Christopher Gabriel and Arnout Hulskamp first collaborated during a Darkside concert in a crowded Paris music hall in 2012. Their test for a moving, performative installation, Mirror Moon, was an instant success and they realised they wanted to work with light for the rest of their lives. Since then, they have created an impressive body of work as Children of the Light, a name that captures the playfulness, curiosity and innocence we attribute to children, and merges it with a spiritual message of positivity and salvation found in the apostle Paul’s first letter to the Christians in Thessaloniki. Writing of the imminent Day of the Lord he assured them that they didn’t need to fear God’s wrath: “You are all children of the light and children of the day. We do not belong to the night or to the darkness.” The biblical reference doesn’t make Children of the Light’s work Christian, or religious for that matter. Even installations they designed for or presented in church buildings, like Between Light, A Notre Etoile, and Diapositive do not appeal to faith, but to our capacity to be taken by surprise.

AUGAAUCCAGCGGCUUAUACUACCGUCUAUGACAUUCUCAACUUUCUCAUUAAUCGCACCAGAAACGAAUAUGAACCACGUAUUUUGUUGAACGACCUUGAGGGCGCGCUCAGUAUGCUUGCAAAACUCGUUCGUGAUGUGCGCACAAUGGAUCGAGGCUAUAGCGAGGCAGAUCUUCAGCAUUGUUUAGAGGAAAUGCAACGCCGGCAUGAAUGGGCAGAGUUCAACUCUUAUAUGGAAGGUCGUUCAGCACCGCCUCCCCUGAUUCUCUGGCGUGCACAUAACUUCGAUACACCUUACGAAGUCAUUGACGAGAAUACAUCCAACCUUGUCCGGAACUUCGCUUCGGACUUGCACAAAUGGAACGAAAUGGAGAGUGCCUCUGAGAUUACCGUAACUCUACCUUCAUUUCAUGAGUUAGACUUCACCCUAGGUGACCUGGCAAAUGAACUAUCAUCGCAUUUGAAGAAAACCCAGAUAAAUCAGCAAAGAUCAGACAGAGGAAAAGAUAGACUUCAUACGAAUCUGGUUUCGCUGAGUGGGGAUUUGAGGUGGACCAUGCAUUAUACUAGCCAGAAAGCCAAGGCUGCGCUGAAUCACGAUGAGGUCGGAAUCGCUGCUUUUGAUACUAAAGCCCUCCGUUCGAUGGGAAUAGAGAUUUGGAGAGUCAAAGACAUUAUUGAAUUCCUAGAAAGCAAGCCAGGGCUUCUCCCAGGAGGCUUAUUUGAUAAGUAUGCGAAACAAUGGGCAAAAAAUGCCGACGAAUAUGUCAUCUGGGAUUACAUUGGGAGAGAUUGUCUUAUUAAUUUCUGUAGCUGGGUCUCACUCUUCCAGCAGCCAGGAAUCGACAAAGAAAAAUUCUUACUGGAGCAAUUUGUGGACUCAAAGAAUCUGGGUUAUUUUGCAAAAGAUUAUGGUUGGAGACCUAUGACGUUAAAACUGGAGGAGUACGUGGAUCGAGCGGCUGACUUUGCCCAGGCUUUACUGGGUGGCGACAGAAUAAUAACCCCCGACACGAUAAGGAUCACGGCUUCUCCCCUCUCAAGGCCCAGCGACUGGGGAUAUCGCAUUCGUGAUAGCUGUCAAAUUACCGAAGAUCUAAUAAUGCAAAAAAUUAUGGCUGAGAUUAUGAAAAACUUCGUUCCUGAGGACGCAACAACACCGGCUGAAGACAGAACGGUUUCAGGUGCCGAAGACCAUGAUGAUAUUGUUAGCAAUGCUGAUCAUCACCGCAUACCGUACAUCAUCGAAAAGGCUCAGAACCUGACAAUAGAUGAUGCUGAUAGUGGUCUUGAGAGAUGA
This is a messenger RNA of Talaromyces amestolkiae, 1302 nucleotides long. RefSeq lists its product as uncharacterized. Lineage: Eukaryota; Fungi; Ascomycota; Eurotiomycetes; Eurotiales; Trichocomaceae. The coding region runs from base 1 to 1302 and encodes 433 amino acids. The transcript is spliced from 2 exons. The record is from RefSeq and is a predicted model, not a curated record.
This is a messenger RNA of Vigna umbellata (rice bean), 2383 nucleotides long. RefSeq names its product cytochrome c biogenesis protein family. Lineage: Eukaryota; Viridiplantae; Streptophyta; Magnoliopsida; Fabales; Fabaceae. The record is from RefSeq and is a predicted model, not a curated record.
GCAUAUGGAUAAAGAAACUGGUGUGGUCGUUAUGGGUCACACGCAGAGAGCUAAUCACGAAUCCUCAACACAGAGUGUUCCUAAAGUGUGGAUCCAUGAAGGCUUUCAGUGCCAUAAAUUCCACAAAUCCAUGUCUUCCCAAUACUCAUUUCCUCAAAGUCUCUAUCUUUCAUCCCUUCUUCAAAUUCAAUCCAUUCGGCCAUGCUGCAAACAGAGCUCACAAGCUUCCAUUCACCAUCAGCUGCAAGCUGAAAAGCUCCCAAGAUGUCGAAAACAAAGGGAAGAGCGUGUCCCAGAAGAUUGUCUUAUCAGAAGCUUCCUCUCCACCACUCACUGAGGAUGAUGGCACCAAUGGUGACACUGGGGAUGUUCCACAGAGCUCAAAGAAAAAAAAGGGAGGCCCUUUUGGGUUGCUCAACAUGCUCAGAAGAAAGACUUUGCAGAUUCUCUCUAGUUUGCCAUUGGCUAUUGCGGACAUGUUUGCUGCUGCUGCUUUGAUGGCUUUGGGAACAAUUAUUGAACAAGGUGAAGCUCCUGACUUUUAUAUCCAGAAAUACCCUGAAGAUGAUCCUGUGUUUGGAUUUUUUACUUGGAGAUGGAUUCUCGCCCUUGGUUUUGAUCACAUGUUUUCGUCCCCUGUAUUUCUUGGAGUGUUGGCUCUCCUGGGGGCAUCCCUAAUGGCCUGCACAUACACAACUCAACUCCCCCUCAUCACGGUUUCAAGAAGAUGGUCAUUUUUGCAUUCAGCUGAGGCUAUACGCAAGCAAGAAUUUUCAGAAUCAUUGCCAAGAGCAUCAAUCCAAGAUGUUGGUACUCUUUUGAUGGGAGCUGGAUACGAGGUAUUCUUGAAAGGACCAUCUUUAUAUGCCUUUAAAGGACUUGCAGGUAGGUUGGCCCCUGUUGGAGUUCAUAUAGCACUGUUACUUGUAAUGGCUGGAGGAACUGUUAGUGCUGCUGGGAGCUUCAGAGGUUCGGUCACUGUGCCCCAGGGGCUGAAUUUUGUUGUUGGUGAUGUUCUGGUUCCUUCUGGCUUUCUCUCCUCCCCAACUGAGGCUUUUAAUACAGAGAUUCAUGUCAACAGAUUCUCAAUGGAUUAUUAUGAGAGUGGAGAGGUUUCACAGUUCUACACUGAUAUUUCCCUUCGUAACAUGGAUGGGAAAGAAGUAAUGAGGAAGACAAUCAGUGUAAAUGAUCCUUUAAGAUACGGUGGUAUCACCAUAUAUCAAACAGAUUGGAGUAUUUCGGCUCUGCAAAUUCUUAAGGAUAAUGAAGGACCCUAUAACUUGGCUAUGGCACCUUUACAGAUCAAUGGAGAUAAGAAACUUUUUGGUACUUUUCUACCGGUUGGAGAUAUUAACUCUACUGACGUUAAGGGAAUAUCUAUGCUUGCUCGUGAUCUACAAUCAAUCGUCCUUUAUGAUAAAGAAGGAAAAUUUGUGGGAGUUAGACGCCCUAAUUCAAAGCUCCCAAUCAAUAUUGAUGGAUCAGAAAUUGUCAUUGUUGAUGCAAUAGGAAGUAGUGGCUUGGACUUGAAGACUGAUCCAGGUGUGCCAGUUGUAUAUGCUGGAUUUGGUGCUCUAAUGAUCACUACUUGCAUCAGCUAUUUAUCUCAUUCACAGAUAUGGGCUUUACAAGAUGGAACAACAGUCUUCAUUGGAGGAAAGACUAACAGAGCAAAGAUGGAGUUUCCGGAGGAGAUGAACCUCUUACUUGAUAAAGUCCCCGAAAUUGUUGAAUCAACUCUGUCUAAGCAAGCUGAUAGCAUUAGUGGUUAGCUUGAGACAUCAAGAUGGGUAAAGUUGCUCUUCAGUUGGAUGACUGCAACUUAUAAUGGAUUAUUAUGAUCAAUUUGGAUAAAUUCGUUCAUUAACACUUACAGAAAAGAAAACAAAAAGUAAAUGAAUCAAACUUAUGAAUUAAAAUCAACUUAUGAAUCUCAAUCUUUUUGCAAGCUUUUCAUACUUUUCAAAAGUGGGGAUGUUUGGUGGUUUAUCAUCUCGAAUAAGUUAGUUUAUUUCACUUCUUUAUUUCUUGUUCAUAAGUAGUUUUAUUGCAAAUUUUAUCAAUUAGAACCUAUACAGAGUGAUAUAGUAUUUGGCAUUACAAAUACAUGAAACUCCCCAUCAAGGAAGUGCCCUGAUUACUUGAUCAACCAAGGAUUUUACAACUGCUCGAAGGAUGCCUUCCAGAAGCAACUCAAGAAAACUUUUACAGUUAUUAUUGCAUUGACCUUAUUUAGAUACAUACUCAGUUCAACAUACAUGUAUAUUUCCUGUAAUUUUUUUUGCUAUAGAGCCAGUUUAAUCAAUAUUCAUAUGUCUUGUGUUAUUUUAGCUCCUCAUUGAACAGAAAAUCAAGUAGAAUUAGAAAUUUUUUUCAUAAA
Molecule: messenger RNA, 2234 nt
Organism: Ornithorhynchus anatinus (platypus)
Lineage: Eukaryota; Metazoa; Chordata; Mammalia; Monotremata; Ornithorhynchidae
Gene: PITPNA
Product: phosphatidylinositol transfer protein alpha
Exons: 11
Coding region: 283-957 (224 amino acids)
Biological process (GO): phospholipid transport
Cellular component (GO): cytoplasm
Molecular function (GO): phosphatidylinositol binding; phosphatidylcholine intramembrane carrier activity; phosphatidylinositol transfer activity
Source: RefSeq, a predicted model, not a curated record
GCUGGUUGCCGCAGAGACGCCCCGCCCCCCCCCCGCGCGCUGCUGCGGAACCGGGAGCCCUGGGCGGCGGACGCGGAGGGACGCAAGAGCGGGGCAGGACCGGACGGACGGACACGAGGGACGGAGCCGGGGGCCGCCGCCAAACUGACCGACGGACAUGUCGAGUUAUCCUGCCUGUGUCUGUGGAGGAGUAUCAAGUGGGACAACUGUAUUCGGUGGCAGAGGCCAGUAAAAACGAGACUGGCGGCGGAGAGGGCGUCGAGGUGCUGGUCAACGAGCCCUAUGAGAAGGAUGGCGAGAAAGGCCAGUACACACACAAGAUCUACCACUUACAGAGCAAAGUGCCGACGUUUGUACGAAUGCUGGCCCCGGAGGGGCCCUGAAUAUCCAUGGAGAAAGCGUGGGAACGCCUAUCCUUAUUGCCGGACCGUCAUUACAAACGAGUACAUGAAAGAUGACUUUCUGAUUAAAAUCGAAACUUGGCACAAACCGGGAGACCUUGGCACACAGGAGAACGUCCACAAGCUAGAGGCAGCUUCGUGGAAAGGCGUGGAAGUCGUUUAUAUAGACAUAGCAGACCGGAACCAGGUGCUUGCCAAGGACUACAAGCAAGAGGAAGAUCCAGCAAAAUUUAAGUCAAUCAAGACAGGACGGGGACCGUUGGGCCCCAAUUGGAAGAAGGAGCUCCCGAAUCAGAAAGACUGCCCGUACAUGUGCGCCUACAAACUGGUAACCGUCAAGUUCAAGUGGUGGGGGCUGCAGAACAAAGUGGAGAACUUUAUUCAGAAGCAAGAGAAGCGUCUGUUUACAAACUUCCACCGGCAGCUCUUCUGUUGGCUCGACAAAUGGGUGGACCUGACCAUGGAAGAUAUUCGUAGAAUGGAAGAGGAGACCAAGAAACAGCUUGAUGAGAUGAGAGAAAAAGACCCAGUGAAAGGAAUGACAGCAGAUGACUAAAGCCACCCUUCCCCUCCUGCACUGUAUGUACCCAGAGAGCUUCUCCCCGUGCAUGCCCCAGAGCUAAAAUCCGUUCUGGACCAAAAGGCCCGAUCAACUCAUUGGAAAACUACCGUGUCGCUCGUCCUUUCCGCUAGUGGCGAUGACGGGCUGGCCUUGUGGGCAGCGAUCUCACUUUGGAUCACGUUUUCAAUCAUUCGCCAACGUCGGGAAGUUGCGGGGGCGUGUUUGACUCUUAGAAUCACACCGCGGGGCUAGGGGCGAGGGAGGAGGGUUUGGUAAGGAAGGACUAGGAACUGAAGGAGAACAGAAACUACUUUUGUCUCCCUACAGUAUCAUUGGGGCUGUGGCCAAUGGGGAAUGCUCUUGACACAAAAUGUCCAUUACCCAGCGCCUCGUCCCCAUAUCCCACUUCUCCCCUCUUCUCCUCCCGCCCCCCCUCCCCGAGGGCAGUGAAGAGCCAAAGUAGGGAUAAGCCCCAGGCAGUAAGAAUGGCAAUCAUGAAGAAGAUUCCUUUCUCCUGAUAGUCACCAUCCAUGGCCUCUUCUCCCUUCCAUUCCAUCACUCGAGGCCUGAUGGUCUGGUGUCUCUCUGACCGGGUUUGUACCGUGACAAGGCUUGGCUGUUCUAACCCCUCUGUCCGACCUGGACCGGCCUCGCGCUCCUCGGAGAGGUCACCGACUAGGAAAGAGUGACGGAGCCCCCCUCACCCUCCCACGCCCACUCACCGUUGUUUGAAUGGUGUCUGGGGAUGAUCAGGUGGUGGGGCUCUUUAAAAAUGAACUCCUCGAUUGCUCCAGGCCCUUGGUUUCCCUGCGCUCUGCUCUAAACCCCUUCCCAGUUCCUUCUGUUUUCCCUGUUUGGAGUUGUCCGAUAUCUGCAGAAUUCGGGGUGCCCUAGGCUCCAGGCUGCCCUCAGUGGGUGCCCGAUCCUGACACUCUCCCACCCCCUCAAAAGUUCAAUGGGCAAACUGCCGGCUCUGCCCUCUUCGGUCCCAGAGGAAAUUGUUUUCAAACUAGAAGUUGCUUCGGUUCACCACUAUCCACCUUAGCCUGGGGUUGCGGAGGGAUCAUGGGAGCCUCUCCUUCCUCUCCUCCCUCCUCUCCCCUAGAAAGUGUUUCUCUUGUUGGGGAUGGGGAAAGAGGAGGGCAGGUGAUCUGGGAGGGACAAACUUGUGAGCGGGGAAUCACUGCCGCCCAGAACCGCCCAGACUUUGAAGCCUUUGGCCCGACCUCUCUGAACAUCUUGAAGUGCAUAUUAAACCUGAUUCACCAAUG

Surely, philosophers would have a field trip analysing the art of Children of the Light. In so many ways it connects with how we see or interpret the world around us, how we make sense of it all. It deals with our experience of space and time, of presence and absence, energy and matter, transformation and order. It explores how light represents existence, life, and positive forces, without opposing it to darkness. But don’t worry: you don’t have to think hard to understand Spiraling into Infinity; you can just experience it and find out how it speaks to you. It certainly has a lot to say.
You can visit Spiraling into Infinity at MU until 24th April 2022.
5617 BD Eindhoven
Opening hours: Mo-Wed 12.00 - 18.00, Thu-Fri 14.00 - 22.00